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Old 01-25-2005, 05:31 AM   #1
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A few questions prefaced by a tank tragedy (very long)

I have an Oceanic 37 gallon semi-cube with an Orbit 24" pc compact hood. The setup was a 2" sand bed, 40 pounds of live rock, 3 green chromis and 2 false percs. I had 1 zoanthid colony, 1 colony of green star polyps, 6 astrae snails, 5-6 nassarius snails and 5-6 blue legged hermits.

Back in september I went on vacation. When I returned I found that the return pump from my sump had failed. All fish in the tank were dead and there was a thick milky white cloud in the tank.

I was able to save 1 astrae snail, 3 nassarius snails and all 6 of the hermits. I moved them to my in-sump refugium along with the rock that had the zoanthid colony. They have all been living there happily for the last few months with the chaeto while I decided what to do with my tank.

I broke it down, cleaned it out and tossed the remainder of the live rock outside where it sat in the cold and rain. while I was taking the tank down, I found at least two dozen bristle worms, some quite large, and disposed of them in a less than humane manner.

About a month ago, I decided to put my tank back up. I got some dry sand from the LFS, fillled it with distilled water and salt mix and began the cycle with the very smelly ex-live rock that had been sitting outside. The tank cycled in about 5 weeks. Ammonia is 0, Nitrites 0, and Nitrates are dang near 0.

I've got some brown algae dusting the sand, rock and glass that I am guessing are diatoms, which is what I am thinking is responsible for the low levels of nitrates in the tank. About a week ago I moved my zoanthid rock into the main tank along with the snails and hermits.

Yesterday I noticed pods on the glass down near the sandbed (about 3-5 pods per square inch) and today when I looked the pods are crazy all over the glass (at least 7-10 per inch over most of the glass surface).

The Zoanthid rock seems to be doing well, I can see almost a dozen small feather dusters of two varieties, some sort of sponge and good coraline growth and I saw at least 3 stomatella that I had never notices before. What worries me are what appears to be a colony of hydroids among the zoo polyps and feather dusters, along with what look like small isopods.

The tank seems to be very healthy. So here are the questions.. Finally


1. Is it possible, considering the number of bristleworms I found while taking the tank down, that they spawned all at once and that coupled with the fact that my pump failed and no skimming ocurred is what nuked the tank?


2. Considering the algae growth on the glass, would it be 'normal' for copepods to multiply to such huge numbers in a weeks time?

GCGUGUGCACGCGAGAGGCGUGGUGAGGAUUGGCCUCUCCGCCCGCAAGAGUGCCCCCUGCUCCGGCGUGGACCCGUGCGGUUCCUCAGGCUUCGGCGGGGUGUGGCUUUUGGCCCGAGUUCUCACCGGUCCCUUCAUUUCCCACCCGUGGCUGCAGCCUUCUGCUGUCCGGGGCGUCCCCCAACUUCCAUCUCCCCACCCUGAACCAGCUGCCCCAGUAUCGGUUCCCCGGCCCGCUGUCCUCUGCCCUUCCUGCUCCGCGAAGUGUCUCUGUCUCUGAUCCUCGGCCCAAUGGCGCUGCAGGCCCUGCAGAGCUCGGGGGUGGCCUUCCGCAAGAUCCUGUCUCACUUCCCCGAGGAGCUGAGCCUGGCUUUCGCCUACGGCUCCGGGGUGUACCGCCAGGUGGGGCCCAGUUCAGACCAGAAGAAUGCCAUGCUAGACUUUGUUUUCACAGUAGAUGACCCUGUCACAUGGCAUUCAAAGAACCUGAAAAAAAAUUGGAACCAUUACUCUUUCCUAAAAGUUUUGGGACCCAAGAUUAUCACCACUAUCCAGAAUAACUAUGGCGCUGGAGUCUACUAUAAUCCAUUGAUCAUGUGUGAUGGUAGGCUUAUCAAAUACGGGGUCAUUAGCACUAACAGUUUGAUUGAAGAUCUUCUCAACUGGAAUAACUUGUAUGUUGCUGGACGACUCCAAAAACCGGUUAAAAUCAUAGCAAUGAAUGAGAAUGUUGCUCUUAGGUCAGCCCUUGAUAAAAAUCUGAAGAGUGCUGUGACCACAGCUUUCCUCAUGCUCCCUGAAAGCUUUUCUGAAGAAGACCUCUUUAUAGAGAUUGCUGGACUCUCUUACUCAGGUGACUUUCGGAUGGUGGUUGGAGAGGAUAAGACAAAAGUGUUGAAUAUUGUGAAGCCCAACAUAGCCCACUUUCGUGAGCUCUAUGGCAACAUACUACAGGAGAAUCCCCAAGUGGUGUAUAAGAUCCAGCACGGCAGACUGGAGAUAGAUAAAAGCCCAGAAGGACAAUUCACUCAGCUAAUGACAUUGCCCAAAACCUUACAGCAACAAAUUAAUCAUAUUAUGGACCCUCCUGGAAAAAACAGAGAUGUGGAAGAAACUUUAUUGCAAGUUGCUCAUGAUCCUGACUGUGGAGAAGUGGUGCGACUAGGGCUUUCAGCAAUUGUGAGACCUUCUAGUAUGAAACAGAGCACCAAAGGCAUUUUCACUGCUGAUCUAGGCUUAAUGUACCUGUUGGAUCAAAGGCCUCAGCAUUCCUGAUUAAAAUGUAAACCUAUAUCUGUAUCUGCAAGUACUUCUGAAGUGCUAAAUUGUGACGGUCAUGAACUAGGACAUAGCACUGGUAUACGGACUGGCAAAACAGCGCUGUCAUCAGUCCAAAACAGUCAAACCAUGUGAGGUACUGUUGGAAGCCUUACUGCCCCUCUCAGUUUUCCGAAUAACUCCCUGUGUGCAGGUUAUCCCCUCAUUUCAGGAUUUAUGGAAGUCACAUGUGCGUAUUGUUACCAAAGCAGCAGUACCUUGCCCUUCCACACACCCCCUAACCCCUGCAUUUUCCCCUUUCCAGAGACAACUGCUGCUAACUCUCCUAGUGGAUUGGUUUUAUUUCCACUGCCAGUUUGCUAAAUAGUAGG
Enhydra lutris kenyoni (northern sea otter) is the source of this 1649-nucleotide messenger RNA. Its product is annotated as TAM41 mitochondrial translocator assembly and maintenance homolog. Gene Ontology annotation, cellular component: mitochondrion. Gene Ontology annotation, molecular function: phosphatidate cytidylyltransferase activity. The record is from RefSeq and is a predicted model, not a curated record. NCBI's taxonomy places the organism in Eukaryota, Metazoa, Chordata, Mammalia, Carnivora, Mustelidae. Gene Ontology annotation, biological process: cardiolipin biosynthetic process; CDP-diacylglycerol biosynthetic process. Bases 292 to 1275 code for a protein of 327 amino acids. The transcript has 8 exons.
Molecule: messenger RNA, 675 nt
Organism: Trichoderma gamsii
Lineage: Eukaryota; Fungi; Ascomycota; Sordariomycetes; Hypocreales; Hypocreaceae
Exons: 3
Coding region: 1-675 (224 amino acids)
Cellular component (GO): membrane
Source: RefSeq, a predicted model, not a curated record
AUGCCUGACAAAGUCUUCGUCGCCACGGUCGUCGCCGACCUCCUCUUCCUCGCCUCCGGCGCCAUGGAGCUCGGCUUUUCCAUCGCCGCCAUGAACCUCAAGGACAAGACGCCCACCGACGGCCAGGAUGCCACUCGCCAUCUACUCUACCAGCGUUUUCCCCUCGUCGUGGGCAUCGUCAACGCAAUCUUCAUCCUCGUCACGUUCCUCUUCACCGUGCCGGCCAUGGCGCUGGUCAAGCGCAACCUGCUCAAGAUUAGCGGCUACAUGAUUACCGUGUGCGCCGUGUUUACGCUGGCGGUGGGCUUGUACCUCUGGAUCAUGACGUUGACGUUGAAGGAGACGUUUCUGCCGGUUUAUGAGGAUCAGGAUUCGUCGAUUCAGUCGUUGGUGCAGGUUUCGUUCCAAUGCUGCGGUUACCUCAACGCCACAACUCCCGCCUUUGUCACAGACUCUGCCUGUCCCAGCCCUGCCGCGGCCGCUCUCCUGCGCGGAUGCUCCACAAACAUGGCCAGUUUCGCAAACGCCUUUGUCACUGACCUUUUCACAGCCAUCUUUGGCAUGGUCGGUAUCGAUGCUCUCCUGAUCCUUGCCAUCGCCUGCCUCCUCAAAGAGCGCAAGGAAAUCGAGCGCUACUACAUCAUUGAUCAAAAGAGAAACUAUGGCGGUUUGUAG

3. Are these Hydrods? The colony is greenish, small short stalks, with what appear to be splits at the end of each stalk. I'm assuming that if it was algae growth, the hermits and stomatella would have eaten them. If they are Hydroids, what is the best way to get rid of them when the colony is intermixed with feather dusters and zoo polyps. This one rock is the only rock in the tank that has any life on it and I really would like to save it and see if they propogate to the rest of the rock.


4. Do these sound like Isopods and would they be harmful to fish? They are somewhere between the size of copepods and gamarus amphipods. Their bodies are translucent and they look like smallish 'potato bugs' with antanae, but unlike any pictures of Isopods that I have been able to find. I am assuming they are not parasitic, since they have been thriving without access to fish hosts for the last 3 months.


Sorry for the long post.. any help would be greatly appreciated.

Cheers,

Chris
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Old 01-25-2005, 03:47 PM   #2
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I found a picture of what I was thinking were isopods.



They are the larger bugs in this picture.
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Old 01-25-2005, 03:53 PM   #3
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Bristleworms do not nuke tanks, they eat waste and are very beneficial 99% of the time. Almost all marine tanks will be packed with Bristleworms, usually living in LR and some in substrate. Excessive Bristleworms is a sign of overfeeding or excess waste (which can be caused by dead fish...)

Those are Copepods in the pic AFAIK. Given the right situations, Copepods can reproduce like crazy. When I started my tank, I went from 0 noticable pods to having them blanketing my glass in a couple weeks, then the population died down.

Bad Cirolanid Isopods are hard to miss, they look like this:

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Old 01-25-2005, 05:20 PM   #4
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Here's what a cirolanid isopod looks like in the water too:

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Old 01-25-2005, 05:42 PM   #5
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ok... what I have are definately not cirolanid isopods.. (whew)


thanks guys!
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Old 01-25-2005, 07:04 PM   #6
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Send a message via AIM to nodoubt471
wow i def. have the heeby-jeebies now
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